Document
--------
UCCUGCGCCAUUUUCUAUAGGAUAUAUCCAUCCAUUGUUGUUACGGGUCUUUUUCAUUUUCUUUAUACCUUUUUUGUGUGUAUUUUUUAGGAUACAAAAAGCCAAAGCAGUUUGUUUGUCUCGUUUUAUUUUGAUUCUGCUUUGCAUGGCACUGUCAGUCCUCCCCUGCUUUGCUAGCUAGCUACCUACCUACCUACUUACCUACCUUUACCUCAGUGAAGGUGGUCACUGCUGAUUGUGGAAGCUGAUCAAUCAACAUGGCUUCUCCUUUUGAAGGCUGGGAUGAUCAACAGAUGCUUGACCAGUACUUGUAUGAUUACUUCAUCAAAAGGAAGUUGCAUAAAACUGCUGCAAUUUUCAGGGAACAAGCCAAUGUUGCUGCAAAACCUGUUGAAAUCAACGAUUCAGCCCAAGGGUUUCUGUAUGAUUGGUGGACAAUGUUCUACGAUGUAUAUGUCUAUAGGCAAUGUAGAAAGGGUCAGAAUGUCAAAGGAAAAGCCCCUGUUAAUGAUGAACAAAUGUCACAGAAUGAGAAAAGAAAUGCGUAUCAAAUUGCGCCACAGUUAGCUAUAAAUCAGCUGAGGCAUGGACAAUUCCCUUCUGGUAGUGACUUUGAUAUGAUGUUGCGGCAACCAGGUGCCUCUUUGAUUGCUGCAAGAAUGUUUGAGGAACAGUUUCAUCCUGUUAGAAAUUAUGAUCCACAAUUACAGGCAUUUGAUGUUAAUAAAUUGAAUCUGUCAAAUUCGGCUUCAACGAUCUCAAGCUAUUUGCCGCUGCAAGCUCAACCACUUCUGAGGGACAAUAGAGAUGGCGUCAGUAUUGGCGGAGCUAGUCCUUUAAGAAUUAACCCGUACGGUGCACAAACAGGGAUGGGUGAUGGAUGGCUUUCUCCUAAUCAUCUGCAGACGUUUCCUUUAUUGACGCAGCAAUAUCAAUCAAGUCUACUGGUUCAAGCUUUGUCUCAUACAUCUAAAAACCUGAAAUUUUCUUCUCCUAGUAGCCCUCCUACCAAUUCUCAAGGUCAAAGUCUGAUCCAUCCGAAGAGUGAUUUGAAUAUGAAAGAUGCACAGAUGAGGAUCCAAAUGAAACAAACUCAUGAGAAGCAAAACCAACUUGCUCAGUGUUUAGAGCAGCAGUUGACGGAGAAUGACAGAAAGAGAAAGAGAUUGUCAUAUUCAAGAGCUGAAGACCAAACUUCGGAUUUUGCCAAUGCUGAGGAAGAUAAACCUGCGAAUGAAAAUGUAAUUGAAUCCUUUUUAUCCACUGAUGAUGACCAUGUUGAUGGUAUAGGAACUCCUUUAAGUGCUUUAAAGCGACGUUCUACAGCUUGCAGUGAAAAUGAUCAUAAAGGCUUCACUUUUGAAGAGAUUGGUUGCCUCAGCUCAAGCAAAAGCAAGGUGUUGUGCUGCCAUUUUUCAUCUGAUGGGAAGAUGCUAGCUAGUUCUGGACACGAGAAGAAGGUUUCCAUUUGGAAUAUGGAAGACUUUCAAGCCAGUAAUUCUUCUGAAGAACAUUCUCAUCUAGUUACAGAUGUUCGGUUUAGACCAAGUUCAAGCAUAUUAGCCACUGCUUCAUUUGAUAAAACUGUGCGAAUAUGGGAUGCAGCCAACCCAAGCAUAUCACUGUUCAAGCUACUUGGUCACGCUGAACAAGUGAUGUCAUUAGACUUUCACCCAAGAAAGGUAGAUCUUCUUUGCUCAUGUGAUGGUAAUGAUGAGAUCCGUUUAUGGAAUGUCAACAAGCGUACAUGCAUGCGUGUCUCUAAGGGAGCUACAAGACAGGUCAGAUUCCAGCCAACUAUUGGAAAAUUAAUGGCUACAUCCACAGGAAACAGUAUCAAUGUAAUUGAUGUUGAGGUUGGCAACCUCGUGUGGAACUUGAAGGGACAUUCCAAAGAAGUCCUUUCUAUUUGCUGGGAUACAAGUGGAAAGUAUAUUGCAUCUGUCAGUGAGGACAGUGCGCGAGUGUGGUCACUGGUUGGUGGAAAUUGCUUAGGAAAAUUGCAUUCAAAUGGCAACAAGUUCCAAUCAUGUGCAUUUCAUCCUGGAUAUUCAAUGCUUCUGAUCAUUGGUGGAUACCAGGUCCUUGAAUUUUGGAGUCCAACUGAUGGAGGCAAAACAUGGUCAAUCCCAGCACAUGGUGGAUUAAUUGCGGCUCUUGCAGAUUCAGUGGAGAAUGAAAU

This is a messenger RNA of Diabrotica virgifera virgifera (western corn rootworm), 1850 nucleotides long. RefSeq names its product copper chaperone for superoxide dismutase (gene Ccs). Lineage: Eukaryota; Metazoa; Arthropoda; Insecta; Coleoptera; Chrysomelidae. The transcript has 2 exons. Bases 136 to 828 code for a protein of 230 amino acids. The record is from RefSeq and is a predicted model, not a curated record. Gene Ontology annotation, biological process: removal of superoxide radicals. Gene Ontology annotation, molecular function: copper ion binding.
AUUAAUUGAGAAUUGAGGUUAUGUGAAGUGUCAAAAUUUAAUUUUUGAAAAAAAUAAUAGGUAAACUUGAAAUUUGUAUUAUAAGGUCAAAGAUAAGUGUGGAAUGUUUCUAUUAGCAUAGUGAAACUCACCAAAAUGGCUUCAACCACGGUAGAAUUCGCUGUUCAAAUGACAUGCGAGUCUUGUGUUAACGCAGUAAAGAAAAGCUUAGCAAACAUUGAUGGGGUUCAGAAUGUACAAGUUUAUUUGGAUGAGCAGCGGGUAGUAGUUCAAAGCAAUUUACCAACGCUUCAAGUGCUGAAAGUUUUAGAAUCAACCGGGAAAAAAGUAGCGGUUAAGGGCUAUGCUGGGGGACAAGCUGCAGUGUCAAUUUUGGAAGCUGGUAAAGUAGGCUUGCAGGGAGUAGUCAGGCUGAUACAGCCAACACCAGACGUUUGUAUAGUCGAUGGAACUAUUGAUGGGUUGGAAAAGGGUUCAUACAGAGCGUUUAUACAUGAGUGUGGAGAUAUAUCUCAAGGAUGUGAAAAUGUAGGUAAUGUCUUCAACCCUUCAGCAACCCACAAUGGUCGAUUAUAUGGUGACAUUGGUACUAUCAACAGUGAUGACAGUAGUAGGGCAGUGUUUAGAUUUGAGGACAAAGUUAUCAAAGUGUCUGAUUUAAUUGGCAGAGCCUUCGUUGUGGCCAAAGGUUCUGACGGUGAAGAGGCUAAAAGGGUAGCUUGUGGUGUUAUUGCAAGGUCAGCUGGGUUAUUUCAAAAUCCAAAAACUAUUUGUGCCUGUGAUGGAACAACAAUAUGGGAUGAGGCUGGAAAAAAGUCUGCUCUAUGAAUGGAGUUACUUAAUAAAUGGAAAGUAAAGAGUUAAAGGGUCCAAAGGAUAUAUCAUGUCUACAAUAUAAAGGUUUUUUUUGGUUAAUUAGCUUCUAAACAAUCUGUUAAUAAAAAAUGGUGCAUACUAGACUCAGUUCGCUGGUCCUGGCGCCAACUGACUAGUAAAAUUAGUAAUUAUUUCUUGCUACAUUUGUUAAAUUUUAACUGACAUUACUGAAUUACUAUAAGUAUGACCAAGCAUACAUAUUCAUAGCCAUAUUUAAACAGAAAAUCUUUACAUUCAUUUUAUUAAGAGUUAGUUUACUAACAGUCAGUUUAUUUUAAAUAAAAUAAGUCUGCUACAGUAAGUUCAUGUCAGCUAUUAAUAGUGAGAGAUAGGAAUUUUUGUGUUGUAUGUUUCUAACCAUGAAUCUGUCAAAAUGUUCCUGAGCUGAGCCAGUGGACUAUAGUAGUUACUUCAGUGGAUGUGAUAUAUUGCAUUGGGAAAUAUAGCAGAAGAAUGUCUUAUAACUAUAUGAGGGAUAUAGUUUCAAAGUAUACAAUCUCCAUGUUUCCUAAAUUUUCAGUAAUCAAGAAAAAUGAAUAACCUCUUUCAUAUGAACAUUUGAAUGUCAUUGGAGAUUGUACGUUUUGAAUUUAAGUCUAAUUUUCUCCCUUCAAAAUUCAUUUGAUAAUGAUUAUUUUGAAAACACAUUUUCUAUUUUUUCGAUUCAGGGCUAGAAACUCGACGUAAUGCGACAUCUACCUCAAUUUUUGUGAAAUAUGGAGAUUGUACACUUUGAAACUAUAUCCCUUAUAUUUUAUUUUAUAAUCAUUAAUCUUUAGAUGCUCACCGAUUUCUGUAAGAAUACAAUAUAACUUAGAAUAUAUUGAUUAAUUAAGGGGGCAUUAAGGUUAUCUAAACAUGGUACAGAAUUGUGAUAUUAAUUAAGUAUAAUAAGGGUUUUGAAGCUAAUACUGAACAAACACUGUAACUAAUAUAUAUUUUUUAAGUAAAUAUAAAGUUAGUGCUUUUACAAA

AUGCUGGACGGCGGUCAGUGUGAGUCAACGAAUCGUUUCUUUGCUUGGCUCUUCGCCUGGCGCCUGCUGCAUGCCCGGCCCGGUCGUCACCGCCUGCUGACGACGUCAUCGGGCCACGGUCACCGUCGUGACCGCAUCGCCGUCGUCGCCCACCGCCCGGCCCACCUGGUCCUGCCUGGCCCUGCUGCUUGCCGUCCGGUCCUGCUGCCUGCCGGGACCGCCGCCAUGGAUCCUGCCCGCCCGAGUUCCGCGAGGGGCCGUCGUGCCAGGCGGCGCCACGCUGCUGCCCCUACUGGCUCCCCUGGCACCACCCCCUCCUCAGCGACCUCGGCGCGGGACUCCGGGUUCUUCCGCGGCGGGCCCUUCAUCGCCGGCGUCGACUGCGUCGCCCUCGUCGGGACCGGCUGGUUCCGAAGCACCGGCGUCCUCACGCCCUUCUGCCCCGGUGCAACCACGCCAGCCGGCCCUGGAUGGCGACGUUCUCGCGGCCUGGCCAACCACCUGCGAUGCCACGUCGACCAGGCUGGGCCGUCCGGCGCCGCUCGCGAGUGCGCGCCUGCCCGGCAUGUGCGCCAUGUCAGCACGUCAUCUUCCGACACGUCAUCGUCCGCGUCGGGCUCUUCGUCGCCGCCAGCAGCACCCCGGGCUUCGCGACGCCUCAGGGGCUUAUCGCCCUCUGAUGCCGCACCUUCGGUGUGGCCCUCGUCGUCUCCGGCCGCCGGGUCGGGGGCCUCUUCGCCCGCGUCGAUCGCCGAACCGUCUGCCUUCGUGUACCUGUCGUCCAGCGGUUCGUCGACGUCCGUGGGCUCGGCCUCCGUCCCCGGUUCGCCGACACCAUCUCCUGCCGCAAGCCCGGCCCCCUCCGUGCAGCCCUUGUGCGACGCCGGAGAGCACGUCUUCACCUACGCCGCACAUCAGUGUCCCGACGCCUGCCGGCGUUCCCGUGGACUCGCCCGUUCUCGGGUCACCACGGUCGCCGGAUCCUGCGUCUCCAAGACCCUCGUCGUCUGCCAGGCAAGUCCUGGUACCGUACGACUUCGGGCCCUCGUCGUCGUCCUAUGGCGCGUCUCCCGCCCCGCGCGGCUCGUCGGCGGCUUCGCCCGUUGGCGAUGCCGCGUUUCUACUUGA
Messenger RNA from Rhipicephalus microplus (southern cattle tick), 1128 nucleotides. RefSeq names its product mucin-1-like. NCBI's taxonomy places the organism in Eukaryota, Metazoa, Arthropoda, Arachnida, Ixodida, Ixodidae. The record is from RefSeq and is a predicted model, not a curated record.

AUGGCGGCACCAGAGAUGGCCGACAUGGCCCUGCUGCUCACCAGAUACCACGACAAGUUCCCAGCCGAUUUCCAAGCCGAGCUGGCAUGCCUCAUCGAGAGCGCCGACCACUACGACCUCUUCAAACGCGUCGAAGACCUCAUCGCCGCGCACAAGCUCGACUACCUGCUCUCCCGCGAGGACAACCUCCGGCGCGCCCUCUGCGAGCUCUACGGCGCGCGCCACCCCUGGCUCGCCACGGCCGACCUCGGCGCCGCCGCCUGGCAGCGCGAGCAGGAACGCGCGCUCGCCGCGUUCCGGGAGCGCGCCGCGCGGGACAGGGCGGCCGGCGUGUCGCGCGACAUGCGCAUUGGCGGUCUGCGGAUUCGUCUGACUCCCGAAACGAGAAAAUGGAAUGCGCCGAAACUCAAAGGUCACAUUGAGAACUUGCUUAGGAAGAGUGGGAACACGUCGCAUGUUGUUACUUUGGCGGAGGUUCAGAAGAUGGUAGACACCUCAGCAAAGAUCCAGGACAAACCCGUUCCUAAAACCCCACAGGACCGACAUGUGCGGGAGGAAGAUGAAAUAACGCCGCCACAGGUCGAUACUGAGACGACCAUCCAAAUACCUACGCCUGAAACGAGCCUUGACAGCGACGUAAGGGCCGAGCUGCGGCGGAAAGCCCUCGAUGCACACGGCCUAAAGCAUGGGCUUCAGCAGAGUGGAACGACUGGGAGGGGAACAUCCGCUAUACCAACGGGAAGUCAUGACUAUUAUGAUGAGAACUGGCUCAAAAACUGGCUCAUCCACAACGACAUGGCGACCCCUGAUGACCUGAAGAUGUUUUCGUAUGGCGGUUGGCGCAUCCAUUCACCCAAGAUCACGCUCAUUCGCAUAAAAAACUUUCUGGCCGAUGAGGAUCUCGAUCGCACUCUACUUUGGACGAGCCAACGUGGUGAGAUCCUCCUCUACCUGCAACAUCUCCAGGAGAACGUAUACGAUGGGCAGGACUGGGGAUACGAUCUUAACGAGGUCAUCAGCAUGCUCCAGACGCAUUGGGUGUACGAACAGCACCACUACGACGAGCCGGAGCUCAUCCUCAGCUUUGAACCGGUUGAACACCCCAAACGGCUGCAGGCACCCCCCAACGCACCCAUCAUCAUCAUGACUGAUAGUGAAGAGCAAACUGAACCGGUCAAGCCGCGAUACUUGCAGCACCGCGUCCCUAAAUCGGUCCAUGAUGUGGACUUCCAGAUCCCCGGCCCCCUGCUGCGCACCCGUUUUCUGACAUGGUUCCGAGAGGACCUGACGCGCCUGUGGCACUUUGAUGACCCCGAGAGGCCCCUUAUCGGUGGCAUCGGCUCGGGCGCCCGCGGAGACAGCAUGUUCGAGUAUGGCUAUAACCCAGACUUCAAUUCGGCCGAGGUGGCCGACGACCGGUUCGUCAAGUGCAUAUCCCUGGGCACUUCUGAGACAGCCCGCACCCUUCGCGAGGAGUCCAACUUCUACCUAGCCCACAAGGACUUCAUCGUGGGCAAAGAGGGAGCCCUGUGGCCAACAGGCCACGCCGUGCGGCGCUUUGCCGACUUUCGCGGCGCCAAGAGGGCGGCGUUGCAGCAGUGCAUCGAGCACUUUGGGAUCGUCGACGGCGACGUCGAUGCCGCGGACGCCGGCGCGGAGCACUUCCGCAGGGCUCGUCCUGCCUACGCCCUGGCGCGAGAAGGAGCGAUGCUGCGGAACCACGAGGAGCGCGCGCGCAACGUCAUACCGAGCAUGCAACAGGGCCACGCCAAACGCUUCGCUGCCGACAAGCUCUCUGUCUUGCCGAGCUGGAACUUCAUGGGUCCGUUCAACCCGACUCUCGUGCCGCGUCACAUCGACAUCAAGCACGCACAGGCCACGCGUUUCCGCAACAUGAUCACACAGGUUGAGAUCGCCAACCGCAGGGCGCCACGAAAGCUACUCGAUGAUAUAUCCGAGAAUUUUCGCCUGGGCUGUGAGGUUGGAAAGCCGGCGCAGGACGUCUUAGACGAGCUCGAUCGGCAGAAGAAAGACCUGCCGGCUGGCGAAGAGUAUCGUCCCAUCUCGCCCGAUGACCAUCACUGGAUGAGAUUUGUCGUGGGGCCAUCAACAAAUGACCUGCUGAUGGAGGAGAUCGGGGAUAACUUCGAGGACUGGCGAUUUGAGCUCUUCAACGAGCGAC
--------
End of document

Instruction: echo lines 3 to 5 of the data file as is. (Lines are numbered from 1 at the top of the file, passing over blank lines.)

AUUAAUUGAGAAUUGAGGUUAUGUGAAGUGUCAAAAUUUAAUUUUUGAAAAAAAUAAUAGGUAAACUUGAAAUUUGUAUUAUAAGGUCAAAGAUAAGUGUGGAAUGUUUCUAUUAGCAUAGUGAAACUCACCAAAAUGGCUUCAACCACGGUAGAAUUCGCUGUUCAAAUGACAUGCGAGUCUUGUGUUAACGCAGUAAAGAAAAGCUUAGCAAACAUUGAUGGGGUUCAGAAUGUACAAGUUUAUUUGGAUGAGCAGCGGGUAGUAGUUCAAAGCAAUUUACCAACGCUUCAAGUGCUGAAAGUUUUAGAAUCAACCGGGAAAAAAGUAGCGGUUAAGGGCUAUGCUGGGGGACAAGCUGCAGUGUCAAUUUUGGAAGCUGGUAAAGUAGGCUUGCAGGGAGUAGUCAGGCUGAUACAGCCAACACCAGACGUUUGUAUAGUCGAUGGAACUAUUGAUGGGUUGGAAAAGGGUUCAUACAGAGCGUUUAUACAUGAGUGUGGAGAUAUAUCUCAAGGAUGUGAAAAUGUAGGUAAUGUCUUCAACCCUUCAGCAACCCACAAUGGUCGAUUAUAUGGUGACAUUGGUACUAUCAACAGUGAUGACAGUAGUAGGGCAGUGUUUAGAUUUGAGGACAAAGUUAUCAAAGUGUCUGAUUUAAUUGGCAGAGCCUUCGUUGUGGCCAAAGGUUCUGACGGUGAAGAGGCUAAAAGGGUAGCUUGUGGUGUUAUUGCAAGGUCAGCUGGGUUAUUUCAAAAUCCAAAAACUAUUUGUGCCUGUGAUGGAACAACAAUAUGGGAUGAGGCUGGAAAAAAGUCUGCUCUAUGAAUGGAGUUACUUAAUAAAUGGAAAGUAAAGAGUUAAAGGGUCCAAAGGAUAUAUCAUGUCUACAAUAUAAAGGUUUUUUUUGGUUAAUUAGCUUCUAAACAAUCUGUUAAUAAAAAAUGGUGCAUACUAGACUCAGUUCGCUGGUCCUGGCGCCAACUGACUAGUAAAAUUAGUAAUUAUUUCUUGCUACAUUUGUUAAAUUUUAACUGACAUUACUGAAUUACUAUAAGUAUGACCAAGCAUACAUAUUCAUAGCCAUAUUUAAACAGAAAAUCUUUACAUUCAUUUUAUUAAGAGUUAGUUUACUAACAGUCAGUUUAUUUUAAAUAAAAUAAGUCUGCUACAGUAAGUUCAUGUCAGCUAUUAAUAGUGAGAGAUAGGAAUUUUUGUGUUGUAUGUUUCUAACCAUGAAUCUGUCAAAAUGUUCCUGAGCUGAGCCAGUGGACUAUAGUAGUUACUUCAGUGGAUGUGAUAUAUUGCAUUGGGAAAUAUAGCAGAAGAAUGUCUUAUAACUAUAUGAGGGAUAUAGUUUCAAAGUAUACAAUCUCCAUGUUUCCUAAAUUUUCAGUAAUCAAGAAAAAUGAAUAACCUCUUUCAUAUGAACAUUUGAAUGUCAUUGGAGAUUGUACGUUUUGAAUUUAAGUCUAAUUUUCUCCCUUCAAAAUUCAUUUGAUAAUGAUUAUUUUGAAAACACAUUUUCUAUUUUUUCGAUUCAGGGCUAGAAACUCGACGUAAUGCGACAUCUACCUCAAUUUUUGUGAAAUAUGGAGAUUGUACACUUUGAAACUAUAUCCCUUAUAUUUUAUUUUAUAAUCAUUAAUCUUUAGAUGCUCACCGAUUUCUGUAAGAAUACAAUAUAACUUAGAAUAUAUUGAUUAAUUAAGGGGGCAUUAAGGUUAUCUAAACAUGGUACAGAAUUGUGAUAUUAAUUAAGUAUAAUAAGGGUUUUGAAGCUAAUACUGAACAAACACUGUAACUAAUAUAUAUUUUUUAAGUAAAUAUAAAGUUAGUGCUUUUACAAA

AUGCUGGACGGCGGUCAGUGUGAGUCAACGAAUCGUUUCUUUGCUUGGCUCUUCGCCUGGCGCCUGCUGCAUGCCCGGCCCGGUCGUCACCGCCUGCUGACGACGUCAUCGGGCCACGGUCACCGUCGUGACCGCAUCGCCGUCGUCGCCCACCGCCCGGCCCACCUGGUCCUGCCUGGCCCUGCUGCUUGCCGUCCGGUCCUGCUGCCUGCCGGGACCGCCGCCAUGGAUCCUGCCCGCCCGAGUUCCGCGAGGGGCCGUCGUGCCAGGCGGCGCCACGCUGCUGCCCCUACUGGCUCCCCUGGCACCACCCCCUCCUCAGCGACCUCGGCGCGGGACUCCGGGUUCUUCCGCGGCGGGCCCUUCAUCGCCGGCGUCGACUGCGUCGCCCUCGUCGGGACCGGCUGGUUCCGAAGCACCGGCGUCCUCACGCCCUUCUGCCCCGGUGCAACCACGCCAGCCGGCCCUGGAUGGCGACGUUCUCGCGGCCUGGCCAACCACCUGCGAUGCCACGUCGACCAGGCUGGGCCGUCCGGCGCCGCUCGCGAGUGCGCGCCUGCCCGGCAUGUGCGCCAUGUCAGCACGUCAUCUUCCGACACGUCAUCGUCCGCGUCGGGCUCUUCGUCGCCGCCAGCAGCACCCCGGGCUUCGCGACGCCUCAGGGGCUUAUCGCCCUCUGAUGCCGCACCUUCGGUGUGGCCCUCGUCGUCUCCGGCCGCCGGGUCGGGGGCCUCUUCGCCCGCGUCGAUCGCCGAACCGUCUGCCUUCGUGUACCUGUCGUCCAGCGGUUCGUCGACGUCCGUGGGCUCGGCCUCCGUCCCCGGUUCGCCGACACCAUCUCCUGCCGCAAGCCCGGCCCCCUCCGUGCAGCCCUUGUGCGACGCCGGAGAGCACGUCUUCACCUACGCCGCACAUCAGUGUCCCGACGCCUGCCGGCGUUCCCGUGGACUCGCCCGUUCUCGGGUCACCACGGUCGCCGGAUCCUGCGUCUCCAAGACCCUCGUCGUCUGCCAGGCAAGUCCUGGUACCGUACGACUUCGGGCCCUCGUCGUCGUCCUAUGGCGCGUCUCCCGCCCCGCGCGGCUCGUCGGCGGCUUCGCCCGUUGGCGAUGCCGCGUUUCUACUUGA
Messenger RNA from Rhipicephalus microplus (southern cattle tick), 1128 nucleotides. RefSeq names its product mucin-1-like. NCBI's taxonomy places the organism in Eukaryota, Metazoa, Arthropoda, Arachnida, Ixodida, Ixodidae. The record is from RefSeq and is a predicted model, not a curated record.